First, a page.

With layoffs looming, we need you to help us help you. We need you to keep the Union informed. Please read the following and report back to us if any of it applies to you—and pass it along, too.
Many—though not all—faculty have received news of their fall assignments in the last week. With a 12 percent cutback in noncredit offerings, an 8.5 percent cutback in credit offerings, and 10 percent in other areas for the fall, these are without a doubt the most drastic cutbacks in schedule the college has seen. Many chairs and others with assignment responsibilities have, we are aware, been working hard to make this painful process clear and even-handed. Attrition and reducing extra pay assignments will help the District accomplish most of these reductions, but some part-timers are not receiving assignments for classes in the fall, and some full-timers may be facing impossible schedules in which none of their preferences have been honored. We are working to protect as many jobs (and preferences) as we can, and part-timers need to arm themselves with knowledge of the seniority system so as not to be inadvertently or wrongfully cut.
Here are some points to remember about your re-employment rights:
- Part-timers are assigned their modal loads based on seniority, though special skills for some assignments may upset the seniority system. Any special job skills that would over-ride the seniority list must be identified in advance, not invented at the time of scheduling. Part-timers need to check the seniority list, officially known as the Part-Time Reemployment Preference List. If you suspect it is not correct, contact the union ASAP. (Your department chair or coordinator has a copy, as does the Union.)
- Seniority is also an important factor taken into account when preferences for assignments (e.g., times, days, locations, and particular courses) are considered (Article 13-B).
- You have the right to your modal load, provided there is room for you on the schedule. If you teach in credit or in noncredit DSPS, Older Adults, Health and Safety, or Vocational, you should be offered courses that you have taught at least twice in the past 10 years, or the equivalent. (Article 13-1.A.3.1)
- If you teach noncredit ESL, Consumer Education, Parenting, Citizenship, or Transitional Studies, you may be assigned to any course in the state-funded noncredit area—with the aforementioned exceptions for special skills. (Article 13-1.A.3.2)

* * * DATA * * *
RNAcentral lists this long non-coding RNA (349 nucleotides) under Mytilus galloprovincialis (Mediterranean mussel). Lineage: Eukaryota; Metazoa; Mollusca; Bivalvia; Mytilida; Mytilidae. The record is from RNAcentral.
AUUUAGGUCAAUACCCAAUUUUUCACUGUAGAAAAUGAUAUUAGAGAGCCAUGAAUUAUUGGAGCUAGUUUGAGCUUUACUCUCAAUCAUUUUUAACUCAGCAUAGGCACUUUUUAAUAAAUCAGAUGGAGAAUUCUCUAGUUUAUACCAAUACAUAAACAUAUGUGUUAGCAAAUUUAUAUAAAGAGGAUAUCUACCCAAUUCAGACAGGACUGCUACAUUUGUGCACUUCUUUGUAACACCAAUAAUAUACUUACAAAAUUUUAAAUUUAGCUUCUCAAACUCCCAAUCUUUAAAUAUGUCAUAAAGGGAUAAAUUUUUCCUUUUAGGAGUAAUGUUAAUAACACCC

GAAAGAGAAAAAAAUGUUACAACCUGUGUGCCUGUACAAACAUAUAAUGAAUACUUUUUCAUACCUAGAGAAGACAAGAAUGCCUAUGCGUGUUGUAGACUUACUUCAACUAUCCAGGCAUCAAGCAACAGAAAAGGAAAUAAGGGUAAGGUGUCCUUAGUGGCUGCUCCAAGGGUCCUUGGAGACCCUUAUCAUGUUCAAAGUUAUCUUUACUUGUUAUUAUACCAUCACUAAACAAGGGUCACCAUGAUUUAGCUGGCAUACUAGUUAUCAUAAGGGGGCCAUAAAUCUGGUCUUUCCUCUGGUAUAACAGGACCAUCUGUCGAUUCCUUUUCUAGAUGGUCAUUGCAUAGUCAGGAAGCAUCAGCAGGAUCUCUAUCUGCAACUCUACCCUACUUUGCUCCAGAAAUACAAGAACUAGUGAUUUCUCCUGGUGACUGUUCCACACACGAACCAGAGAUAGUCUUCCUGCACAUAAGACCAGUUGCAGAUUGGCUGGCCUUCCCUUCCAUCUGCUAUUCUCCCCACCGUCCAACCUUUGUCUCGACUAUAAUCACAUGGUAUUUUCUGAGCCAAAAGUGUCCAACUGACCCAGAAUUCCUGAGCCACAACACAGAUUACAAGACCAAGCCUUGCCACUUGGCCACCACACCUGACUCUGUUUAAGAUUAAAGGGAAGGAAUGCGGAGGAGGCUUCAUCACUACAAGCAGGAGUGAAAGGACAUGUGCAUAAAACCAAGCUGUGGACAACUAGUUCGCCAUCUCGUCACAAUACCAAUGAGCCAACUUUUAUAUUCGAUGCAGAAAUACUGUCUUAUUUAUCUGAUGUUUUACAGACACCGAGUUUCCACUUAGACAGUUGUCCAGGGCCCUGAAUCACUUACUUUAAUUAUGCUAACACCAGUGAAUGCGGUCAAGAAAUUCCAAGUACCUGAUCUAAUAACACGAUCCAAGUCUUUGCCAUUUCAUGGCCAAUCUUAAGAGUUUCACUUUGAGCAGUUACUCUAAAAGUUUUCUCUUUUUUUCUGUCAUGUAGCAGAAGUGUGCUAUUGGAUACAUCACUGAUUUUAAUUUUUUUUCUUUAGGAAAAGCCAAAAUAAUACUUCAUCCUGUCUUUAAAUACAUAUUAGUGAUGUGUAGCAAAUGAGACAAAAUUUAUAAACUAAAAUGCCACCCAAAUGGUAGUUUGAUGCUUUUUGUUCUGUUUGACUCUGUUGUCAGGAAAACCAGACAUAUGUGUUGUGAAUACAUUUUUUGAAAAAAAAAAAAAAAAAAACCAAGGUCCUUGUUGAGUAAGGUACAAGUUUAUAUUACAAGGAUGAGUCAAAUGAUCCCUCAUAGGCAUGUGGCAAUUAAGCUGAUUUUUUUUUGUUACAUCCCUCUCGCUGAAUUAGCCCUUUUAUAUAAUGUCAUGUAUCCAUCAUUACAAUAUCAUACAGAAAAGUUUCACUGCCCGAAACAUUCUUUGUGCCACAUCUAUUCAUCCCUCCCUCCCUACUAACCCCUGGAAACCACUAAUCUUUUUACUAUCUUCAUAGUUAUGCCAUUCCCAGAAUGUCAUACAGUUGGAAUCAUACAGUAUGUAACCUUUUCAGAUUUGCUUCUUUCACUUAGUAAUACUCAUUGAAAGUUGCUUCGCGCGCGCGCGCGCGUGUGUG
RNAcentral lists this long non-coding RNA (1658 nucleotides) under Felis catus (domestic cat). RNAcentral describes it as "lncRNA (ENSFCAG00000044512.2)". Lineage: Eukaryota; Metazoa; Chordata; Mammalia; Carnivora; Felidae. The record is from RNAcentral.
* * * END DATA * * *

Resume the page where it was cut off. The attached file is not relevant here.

- If you find that your assignment is not in accord with your stated preference or is something that you can’t live with, you need to challenge your job assignment right away. This means first contacting whomever made the schedule to see whether they are able to make a change. If you hit a wall and it appears that your seniority rights have been violated, then contact the Union immediately, before the schedule is set in stone, so we can, if necessary, grieve the assignment.
- If you are not scheduled for your modal load and someone in your department with less seniority is, then barring the special skills exception, you have the basis for a grievance.
- If you get all your classes cut because you are on the bottom of the seniority list, be sure that you follow the provisions of Article 13-1.I Recall, which requires you to submit a preference form each semester at the same time as any actively employed faculty if you want to be considered for rehire for the next semester. Currently, faculty retain their recall rights for two years.
- In order to be rehired when classes become available, you need to have submitted a preference form according to your department’s practice and definitely before the schedule is drafted. If you are on permissive unpaid leave (Article 17.B) or not employed because of having been laid off for lack of classes (Article 13-1.I), you need to have submitted the preference form as if you were actively working.
This coming fall will be very stressful to all. You can reduce that stress by being clear about your rights now so that you don’t wake up August 15 with no class or an impossible schedule, asking to file a grievance when it is too late.
Have you been cut? Please keep us informed:
If you who receive notice that your hours have been cut or that you have been laid-off for the fall semester, or if you have been handed an impossible schedule, we need to hear from you. You are our source for on-the-ground information. The best way to communicate this critical information to the Union is to email us at email@example.com and answer the following questions as best you can:
- Name, department, part-time or full-time, and phone number
- Semester/year of hire; number of semesters of service if part-time
- Recent/current assignments (this semester and last) and your proposed assignment for Fall 2012. (If none, then indicate that you are being laid-off.)
- If you know your precise load (e.g., 20% or 60%), that will be helpful, and if you can indicate that information for the last three or four semesters, that’s even better.
- Other concerns or explanations?
Faculty already have made huge sacrifices to help the District through the continuing fiscal crisis; the whole college has made incredible sacrifices, and we must work to stop the cuts that are crushing California public education and social services—and throwing our colleagues out of good work for students who deserve access to their educations. These cuts are not of our making, and we must bring in new revenues, both locally and statewide, if we are to turn these tides. Let us know that you want to get involved in revenue campaigns by contacting Galina Gerasimova at firstname.lastname@example.org.